FAQs

Technical explanations

I don’t currently favor buttocks implants, given the frequent and disproportionate complications compared to the result.

Breast implants are currently the best option for treating breast hypoplasia, but butt implants provide a less natural or even visible result, depending on the position of the body and the thickness of tissues (muscle and fat) of the buttocks.

There are other solutions to address flat or sagging buttocks, such as lipofilling, weight training or a buttocks lift.

Some procedures can be performed at the same surgical time, provided this does not increase the risk of general complications. One should avoid combining two procedures that are each individually more likely to cause thrombosis, such as a tummy tuck with a thigh lift. 

However, other combinations are possible and will be discussed during consultation. 

The combined procedures are typically: liposuction and breast surgery, tummy tuck and breast surgery, tummy tuck and liposuction, breast surgery and arm lift, etc.

Surgery is never insignificant. Even for aesthetic purposes, it still bears risks and potential complications, though rare and mostly do not lead to a long-term problem. However, it is important to be aware of the risks before undergoing surgery.

During the consultation, the anesthesiologist and I inform you of these risks.

Below an incomplete list of potential complications:

Poor scarring:

Surgery always leaves a permanent scar. The scarring process requires maturation, which lasts several months (6 to 12 months but can also last up to 3 years) before reaching a steady state. 

Initially, the scar is thin. A month later, it becomes red and thickens, and can cause itching (inflammatory phase). These phenomena vary from one individual to another. 

After this stage, the scar evolves slowly towards its final stage, by becoming flat, soft and white.

When the scar is red or pink, it must be protected from the sun, or else it can become pigmented. The final appearance of a scar is unpredictable. Some areas of the body heal differently, mainly because of the tension on the scar, regardless of the suture technique used.


Edema and ecchymosis:

Edema is the accumulation of serous fluid in the tissues, affecting particularly the skin tissue and mucous membranes (causing swelling). 

An ecchymosis (or bruise) is caused by the escape of blood into the subcutaneous tissue and appears on the skin as a blue spot. 
These phenomena are benign and almost constant, and their extent is unpredictable. They disappear spontaneously within a few weeks.

Hemorrhage or hematoma: 

Hemorrhage is the active discharge of blood from the vessels.

A hematoma is the collection of blood outside the vessels in the surgical area.

These complications may require surgery, sometimes urgently, to stop the bleeding or evacuate the internal accumulation of blood. The need for blood transfusion is rare.

Seroma:

Seroma is the accumulation of lymphatic fluid in a tissue or a surgical area.It may require draining during consultation.

Hyperpigmentation:

After a bruise that is slow to heal, local spots can form and take several months to disappear. It is then important to protect them from the sun, or else they may persist or even worsen over a year or more.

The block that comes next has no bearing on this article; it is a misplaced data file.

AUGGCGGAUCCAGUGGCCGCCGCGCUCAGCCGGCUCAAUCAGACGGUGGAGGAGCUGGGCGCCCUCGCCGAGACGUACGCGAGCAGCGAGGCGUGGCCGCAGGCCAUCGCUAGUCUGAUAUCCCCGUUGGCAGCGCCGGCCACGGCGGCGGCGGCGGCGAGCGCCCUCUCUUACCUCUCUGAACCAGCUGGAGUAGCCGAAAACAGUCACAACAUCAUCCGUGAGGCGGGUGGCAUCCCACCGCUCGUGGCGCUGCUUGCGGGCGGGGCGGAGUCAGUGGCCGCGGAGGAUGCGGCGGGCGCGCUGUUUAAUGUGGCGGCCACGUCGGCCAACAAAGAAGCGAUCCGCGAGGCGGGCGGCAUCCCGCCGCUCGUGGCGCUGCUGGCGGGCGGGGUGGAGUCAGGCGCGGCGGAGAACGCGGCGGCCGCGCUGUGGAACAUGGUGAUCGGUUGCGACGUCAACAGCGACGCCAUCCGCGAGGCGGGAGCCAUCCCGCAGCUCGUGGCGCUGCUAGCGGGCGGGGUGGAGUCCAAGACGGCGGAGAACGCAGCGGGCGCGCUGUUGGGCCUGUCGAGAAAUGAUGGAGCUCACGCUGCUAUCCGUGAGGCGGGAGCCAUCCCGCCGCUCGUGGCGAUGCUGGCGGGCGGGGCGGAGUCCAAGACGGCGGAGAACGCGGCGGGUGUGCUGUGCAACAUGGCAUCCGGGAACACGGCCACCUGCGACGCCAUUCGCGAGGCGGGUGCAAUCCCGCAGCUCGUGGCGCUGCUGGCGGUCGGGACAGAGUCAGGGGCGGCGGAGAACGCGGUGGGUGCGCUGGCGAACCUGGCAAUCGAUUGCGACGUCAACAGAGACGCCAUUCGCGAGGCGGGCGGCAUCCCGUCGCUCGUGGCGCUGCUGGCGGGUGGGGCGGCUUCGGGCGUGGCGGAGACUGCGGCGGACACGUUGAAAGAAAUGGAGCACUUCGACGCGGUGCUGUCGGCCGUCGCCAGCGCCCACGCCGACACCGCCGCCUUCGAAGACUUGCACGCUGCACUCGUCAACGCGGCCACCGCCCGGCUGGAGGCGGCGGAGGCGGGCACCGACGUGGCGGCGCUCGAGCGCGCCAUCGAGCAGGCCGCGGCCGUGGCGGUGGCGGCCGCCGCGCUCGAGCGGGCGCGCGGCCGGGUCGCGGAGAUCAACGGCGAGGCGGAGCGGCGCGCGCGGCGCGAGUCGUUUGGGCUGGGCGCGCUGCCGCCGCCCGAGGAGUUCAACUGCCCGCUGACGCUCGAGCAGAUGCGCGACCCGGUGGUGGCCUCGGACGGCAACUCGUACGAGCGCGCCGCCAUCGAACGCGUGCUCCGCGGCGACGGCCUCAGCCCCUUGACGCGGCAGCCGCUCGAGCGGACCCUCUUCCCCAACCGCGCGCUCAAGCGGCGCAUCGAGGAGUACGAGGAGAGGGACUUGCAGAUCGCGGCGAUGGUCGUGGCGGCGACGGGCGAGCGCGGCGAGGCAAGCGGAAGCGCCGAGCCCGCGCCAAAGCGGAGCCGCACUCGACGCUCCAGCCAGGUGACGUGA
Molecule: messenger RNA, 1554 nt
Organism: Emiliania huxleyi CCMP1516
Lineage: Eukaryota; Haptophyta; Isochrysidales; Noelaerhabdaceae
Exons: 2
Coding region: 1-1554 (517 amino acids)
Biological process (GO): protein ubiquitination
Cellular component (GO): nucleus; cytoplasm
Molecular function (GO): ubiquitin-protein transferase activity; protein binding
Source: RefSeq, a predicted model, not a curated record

Infection :

Superficial infection may be treated by local care, while deep infection may require surgical drainage and / or antibiotic treatment. It leads to an enlarged scar that can be corrected after one year.

Sensitivity disorders:

Small cutaneous nerve endings are inevitably severed during a surgical procedure, which can cause a temporary decrease (hypoesthesia), or increase of sensitivity (hyperesthesia) in the surgical area. Nerve regrowth being slow, these phenomena normally disappear after 3 to 6 months.

Venous thrombosis and pulmonary embolism:

Following a lack of physical activity, a blood clot may form due to stagnant blood in the veins of the lower limbs, mainly in legs; the phenomenon is called a thrombosis. If a clot has formed, it can detach and travel towards the heart, where it will be projected to the pulmonary vessels: it is pulmonary embolism, which is a severe, sometimes fatal, complication. Preventive measures include: physical activity after surgery, compression stockings, or injection of subcutaneous anticoagulants, to be determined according to patient’s personal history.

Skin or fat necrosis:

Necrosis is the premature death of part of the skin or fat, caused by a lack of adequate blood supply. Though rare, it may occur after important skin undermining and is favored by smoking.

Necrosis requires local care and possibly further surgery long after initial surgery.

The rectus abdominis muscles are two parallel muscles of the abdominal wall, extending vertically from the ribs to the pubis, surrounding the umbilicus, with their inner edges joined together in the midline. Sometimes, both sides vertically dissociate from each other, resulting in the "diastasis recti", which can extend from the xiphoid process until below the pubis, or can cover only the area under and around the umbilicus. Diastasis recti is diagnosed by abdominal palpation, especially during coughing.

By definition, an eventration is the protrusion of part of the abdomen through a non-natural cavity of the abdominal wall. The protrusion of an organ through the cavity that normally contains it, is a hernia. 

Eventrations usually happen through the cavities which are the result of surgery in 95% of cases, or trauma in 5% of cases.

It is the study of macroscopic and microscopic lesions in tissues from a living or deceased subject. 

In plastic surgery, breast tissues removed during a breast reduction, all skin lesions and scars from previous cancer surgery are systematically sent for analysis.